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(Part 2 of the Refractory Anemia story.) The governor of Puerto Rico at the time, James Rumsey Beverly (1894-1967), ordered an immediate investigation of what he described as described as Rhoads' "confession of murder"./26
This inquiry, however, did not find any convincing evidence that Rhoads had actually intentionally harmed any patients. Rhoads was cleared of wrongdoing for his "parody" letter. The inquiry may have been a whitewash./27
Rhoads himself apologized to his laboratory personnel and claimed the letter had been a joke, but understandably, the Puerto Ricans did not find it particularly funny.../28
The following year, in a concession to Puerto Rican leaders, the US Senate passed a resolution (S.J. Res. 36, 48 US Code §731a) that in all official documents and laws and regulations, the Commonwealth would be referred to as the original Spanish "Puerto" Rico./29
Really! We don't use the then-current Anglicized version "Porto" Rico in part because of Rhoads' letter./30
In today's age of heightened racial sensitivities, it may seem surprising that Rhoads' career did not suffer from this incident. In 1940 he became the director of the Memorial Hospital for Cancer Research in New York, succeeding James Ewing (1886-1943) of Ewing sarcoma fame./31
Later Rhoads became the first director of the merged Sloan-Kettering Institute. His subsequent work in the new field of chemical cancer treatment was considered important enough that on June 27, 1949, he was featured on the cover of Time magazine as a "cancer fighter". /32
(I'm guessing that issue of @TIME didn't sell too well in #SanJuan.)/33
In 1950, two Puerto Rican nationalists attempted to assassinate US President Harry Truman in Washington, DC, and one of the assassins stated that Rhoads' degrading letter and the sense of being viewed as inferior was influential in motivating them to violent action./34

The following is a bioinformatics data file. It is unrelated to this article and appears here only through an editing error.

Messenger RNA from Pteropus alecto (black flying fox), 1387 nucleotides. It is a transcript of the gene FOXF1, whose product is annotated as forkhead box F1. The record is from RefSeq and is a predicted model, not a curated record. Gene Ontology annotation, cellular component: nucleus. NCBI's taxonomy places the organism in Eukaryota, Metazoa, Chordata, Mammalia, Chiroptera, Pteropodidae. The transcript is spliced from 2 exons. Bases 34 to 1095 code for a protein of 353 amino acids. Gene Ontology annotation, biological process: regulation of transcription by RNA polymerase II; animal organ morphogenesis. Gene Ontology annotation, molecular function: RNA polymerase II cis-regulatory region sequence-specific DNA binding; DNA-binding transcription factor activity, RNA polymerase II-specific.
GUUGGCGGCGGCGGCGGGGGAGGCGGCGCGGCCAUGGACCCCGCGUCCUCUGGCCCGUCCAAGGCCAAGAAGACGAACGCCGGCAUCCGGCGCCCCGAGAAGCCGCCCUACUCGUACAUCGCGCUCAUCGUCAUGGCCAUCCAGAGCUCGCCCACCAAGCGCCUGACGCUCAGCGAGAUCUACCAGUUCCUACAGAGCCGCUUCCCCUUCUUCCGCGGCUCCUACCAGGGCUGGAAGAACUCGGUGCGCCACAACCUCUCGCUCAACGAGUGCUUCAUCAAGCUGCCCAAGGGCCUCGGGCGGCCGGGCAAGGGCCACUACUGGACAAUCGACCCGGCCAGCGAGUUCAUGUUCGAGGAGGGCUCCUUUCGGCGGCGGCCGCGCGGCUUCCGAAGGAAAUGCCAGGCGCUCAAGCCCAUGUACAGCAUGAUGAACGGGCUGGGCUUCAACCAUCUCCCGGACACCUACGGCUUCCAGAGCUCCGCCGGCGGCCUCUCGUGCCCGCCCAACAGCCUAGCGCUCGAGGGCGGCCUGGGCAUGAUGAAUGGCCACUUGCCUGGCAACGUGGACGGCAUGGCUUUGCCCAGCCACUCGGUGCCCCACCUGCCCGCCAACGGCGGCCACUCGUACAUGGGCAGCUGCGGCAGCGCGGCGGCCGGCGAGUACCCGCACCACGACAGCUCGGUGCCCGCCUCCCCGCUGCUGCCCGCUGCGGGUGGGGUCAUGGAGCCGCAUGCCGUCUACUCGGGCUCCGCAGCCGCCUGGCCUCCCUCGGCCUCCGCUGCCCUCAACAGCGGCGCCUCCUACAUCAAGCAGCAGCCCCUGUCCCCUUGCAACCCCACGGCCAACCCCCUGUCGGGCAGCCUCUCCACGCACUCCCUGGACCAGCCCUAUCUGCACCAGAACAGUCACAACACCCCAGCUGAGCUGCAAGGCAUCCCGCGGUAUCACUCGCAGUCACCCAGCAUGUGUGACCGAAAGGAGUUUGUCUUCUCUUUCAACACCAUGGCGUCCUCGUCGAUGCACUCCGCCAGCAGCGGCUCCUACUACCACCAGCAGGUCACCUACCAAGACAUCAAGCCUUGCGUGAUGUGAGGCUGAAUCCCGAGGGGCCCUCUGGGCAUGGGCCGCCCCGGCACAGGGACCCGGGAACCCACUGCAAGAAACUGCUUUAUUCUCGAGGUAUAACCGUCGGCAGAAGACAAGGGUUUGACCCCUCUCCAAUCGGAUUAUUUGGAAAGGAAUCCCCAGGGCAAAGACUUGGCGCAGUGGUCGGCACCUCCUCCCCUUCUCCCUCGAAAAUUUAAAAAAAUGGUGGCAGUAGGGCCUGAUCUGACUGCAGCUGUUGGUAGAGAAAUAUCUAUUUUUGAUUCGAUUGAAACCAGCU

In 1979, the @AACR established the "Cornelius P. Rhoads Memorial Award" for a promising researcher under the age of 40. If you work at a cancer center, you've probably heard of, or worked with, some of the winners. The @aacr was unaware of the Puerto Rico stuff./35
In 2002, an attorney in Washington DC learned of the award and wrote to the AACR, "Cornelius P. Rhoads is to Puerto Ricans what Josef Mengele is to Jews” There was an investigation by an ethicist at Yale. AACR wisely renamed the award./36
Finally, in 2016, the @WHO reclassified #MDS and realized refractory anemia is a crummy term. Patients with MDS don’t just have anemia, and with contemporary therapies like ESA and HMA it isn’t always refractory. Plus there's the association with Rhoads./37
'Refractory anemia' is misleading, but it is not an eponym like #Wegener or #Reiter - the @ACRheum and other organizations have gotten rid of those eponyms due to the moral failures (and worse) of the people they were named after around the time of the Second World War. /38
So that was the end of refractory anemia – though I still see it sometimes in reports. Old habits die hard.

I wrote a version of this story a couple years ago: sciencedirect.com/science/articl… /39End
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